More than 40 women gathered in a Jerusalem home Wednesday night to celebrate the life and work of the revered medieval sage Rabbi Moses Maimonides.

Hosted by Rivka Marga Gestetner, a Chabad-Lubavitch emissary and co-director of the women’s program at the Mayanot Institute a Jewish Studies, the event coincided with the completion of the ninth one-chapter-per-day study cycle of MaimonidesMishneh Torah since the Rebbe, Rabbi Menachem M. Schneerson, of righteous memory, instituted the practice in 1984.

For Gestetner, the gathering – which occurred alongside similar events worldwide – had a personal significance: It marked the first time she had finished studying Maimonides’ monumental code of Jewish law.

Because of a schedule that always included an array of responsibilities, from her family to her professional and communal commitments, the much-more demanding three-chapter-a-day cycle had always been out of reach. Even the one-chapter cycle seemed daunting, so she stuck with the study of Maimonides’ companion work, Sefer Hamitzvot, which the Rebbe suggested for people whose time pressures and backgrounds precluded more-intensive daily study.

But three years ago, when the last one-chapter cycle began – on her 37th birthday – Gestetner felt that it was something she had to do. She hasn’t let up since.

“I realized then that if I finished it, I would reach my 40th birthday with this accomplishment to look back on,” she recalled. “Maimonides is so basic to a lot of Jewish learning: He takes the guess work out and gives Jewish practice grounding.”

When the Rebbe encouraged people everywhere to learn the code, he stressed the unity achieved by the entire Jewish People studying the same subject in Torah at the same time. He also emphasized the uniqueness of Maimonides’ work: It is the only body of law that encompasses all of the Torah’s commandments, even those that apply when the Temple is in existence and those that will apply in the Messianic era.

New Commitments

Just over a year after she began studying the code, Mayanot opened its women’s program and Gestetner suddenly found herself with even more work and an extended family of students often placing claims on her time. Finding their mother asleep at the dining room table, a volume of the Mishneh Torah still open in her hands, was a common sight for the Gestetner household.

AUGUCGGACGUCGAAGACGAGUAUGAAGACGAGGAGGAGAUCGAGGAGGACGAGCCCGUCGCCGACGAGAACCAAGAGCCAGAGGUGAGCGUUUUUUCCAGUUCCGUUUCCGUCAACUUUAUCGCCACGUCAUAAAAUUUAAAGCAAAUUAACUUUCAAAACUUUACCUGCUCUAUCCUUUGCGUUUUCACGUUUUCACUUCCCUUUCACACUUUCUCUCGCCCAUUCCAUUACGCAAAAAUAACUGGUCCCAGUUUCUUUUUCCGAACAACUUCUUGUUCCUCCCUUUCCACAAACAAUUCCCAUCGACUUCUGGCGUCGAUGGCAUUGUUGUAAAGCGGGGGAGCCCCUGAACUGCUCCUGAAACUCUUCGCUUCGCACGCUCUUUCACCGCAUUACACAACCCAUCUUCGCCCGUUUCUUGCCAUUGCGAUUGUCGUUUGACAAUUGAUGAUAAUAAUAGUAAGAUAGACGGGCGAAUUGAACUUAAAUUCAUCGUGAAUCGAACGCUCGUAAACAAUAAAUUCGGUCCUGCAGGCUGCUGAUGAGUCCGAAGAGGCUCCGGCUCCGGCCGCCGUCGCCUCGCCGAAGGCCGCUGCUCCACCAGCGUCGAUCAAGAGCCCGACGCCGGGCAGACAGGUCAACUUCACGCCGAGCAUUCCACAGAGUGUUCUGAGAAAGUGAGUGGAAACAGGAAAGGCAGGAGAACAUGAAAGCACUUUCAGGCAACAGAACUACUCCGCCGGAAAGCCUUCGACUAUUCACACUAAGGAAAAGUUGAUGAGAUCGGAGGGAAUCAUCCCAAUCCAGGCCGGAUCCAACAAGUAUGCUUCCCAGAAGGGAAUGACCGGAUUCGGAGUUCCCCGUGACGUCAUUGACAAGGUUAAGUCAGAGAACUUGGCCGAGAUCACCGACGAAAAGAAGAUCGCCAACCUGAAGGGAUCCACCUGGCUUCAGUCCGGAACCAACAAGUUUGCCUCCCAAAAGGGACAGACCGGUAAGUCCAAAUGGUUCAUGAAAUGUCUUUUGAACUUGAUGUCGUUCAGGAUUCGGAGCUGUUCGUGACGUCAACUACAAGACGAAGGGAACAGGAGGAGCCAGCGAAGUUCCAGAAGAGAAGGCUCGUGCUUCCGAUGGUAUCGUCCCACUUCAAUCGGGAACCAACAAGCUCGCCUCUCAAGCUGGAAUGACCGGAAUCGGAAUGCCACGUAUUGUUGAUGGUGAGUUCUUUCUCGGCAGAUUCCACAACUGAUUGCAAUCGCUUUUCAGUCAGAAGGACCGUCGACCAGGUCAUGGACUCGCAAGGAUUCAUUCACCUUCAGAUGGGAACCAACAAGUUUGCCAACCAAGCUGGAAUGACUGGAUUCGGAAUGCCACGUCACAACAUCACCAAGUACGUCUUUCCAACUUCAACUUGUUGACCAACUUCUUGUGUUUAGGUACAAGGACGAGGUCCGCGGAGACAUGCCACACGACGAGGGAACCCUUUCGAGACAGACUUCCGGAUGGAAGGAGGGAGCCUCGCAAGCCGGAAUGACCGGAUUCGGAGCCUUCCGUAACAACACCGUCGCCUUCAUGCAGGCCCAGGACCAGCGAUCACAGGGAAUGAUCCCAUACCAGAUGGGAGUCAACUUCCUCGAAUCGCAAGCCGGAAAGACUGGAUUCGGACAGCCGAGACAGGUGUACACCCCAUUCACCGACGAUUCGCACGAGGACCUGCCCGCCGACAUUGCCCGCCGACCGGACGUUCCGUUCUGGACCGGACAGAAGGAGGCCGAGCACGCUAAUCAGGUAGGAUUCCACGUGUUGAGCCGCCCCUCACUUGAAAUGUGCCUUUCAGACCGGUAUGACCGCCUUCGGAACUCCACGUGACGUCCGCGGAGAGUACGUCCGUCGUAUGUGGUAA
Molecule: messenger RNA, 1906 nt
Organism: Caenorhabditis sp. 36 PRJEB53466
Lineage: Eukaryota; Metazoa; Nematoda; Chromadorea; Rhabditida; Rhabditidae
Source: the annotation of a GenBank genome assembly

“It has been good for my kids to see me work hard to complete this, even with everything else that we have going on,” she explained. “It is important for them.”

Though not everyone present at the celebration had personally completed the study cycle, most still saw it as a personal celebration. And several walked away having resolved to at least study the Sefer Hamitzvot over the course of the coming year.

“It was so beautiful,” remarked Danielle Yuter, who will soon enter her second year at Mayanot. “I’d never been to something like this that was entirely for women. There was definitely a feeling of being connected and of wanting to do this myself. We all felt like a part of it.”

In keeping with tradition, a hallmark of the event was the group learning the code’s last chapter, followed quickly by an examination of the code’s beginning. And while many of the women were raised without a background in Torah study, they came to the celebration well-prepared: Every week, they attend classes on Maimonides’ 13 Principles of Faith.

At the celebration, the students drew on their learning to prepare a skit and a quiz on Maimonides’ life and teachings. Hillary Einsohn and Nili Salem, both students at Mayanot, helped organize the evening’s entertainment, which began with a choir performance.

“I just think it is so inspiring that Rivka Marga took this on and she did it so humbly,” said Einsohn. “She’s amazing and we wanted to do something specifically for her.”

Naomi T., who has been studying at Mayanot since September, said that she felt a deeper connection to Maimonides’ work because of the event, and she resolved to complete the new cycle that began on Wednesday night.

“It was really very inspiring to see a woman I know and am close to who dedicated three years to this,” she said. “I know that it can be done.”

Gestetner saw a universal lesson in the proceedings.

“I had no idea it would feel this amazing,” she said. “It shows that you can set long-term goals in your study of Torah and you can reach them.”